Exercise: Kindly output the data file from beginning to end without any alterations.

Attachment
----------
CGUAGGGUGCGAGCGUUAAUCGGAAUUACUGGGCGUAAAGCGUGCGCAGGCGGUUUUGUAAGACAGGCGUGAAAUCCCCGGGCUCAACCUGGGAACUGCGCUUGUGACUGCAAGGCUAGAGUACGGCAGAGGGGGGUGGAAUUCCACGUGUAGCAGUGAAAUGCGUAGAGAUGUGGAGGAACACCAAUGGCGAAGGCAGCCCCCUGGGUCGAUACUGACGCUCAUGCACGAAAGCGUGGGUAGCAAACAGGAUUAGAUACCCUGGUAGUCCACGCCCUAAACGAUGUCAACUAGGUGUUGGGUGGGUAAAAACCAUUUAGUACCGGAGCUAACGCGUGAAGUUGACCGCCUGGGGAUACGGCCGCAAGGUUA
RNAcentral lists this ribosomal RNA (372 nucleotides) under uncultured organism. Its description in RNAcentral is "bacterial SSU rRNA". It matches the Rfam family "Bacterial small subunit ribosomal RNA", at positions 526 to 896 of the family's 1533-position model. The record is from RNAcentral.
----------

CGUAGGGUGCGAGCGUUAAUCGGAAUUACUGGGCGUAAAGCGUGCGCAGGCGGUUUUGUAAGACAGGCGUGAAAUCCCCGGGCUCAACCUGGGAACUGCGCUUGUGACUGCAAGGCUAGAGUACGGCAGAGGGGGGUGGAAUUCCACGUGUAGCAGUGAAAUGCGUAGAGAUGUGGAGGAACACCAAUGGCGAAGGCAGCCCCCUGGGUCGAUACUGACGCUCAUGCACGAAAGCGUGGGUAGCAAACAGGAUUAGAUACCCUGGUAGUCCACGCCCUAAACGAUGUCAACUAGGUGUUGGGUGGGUAAAAACCAUUUAGUACCGGAGCUAACGCGUGAAGUUGACCGCCUGGGGAUACGGCCGCAAGGUUA
RNAcentral lists this ribosomal RNA (372 nucleotides) under uncultured organism. Its description in RNAcentral is "bacterial SSU rRNA". It matches the Rfam family "Bacterial small subunit ribosomal RNA", at positions 526 to 896 of the family's 1533-position model. The record is from RNAcentral.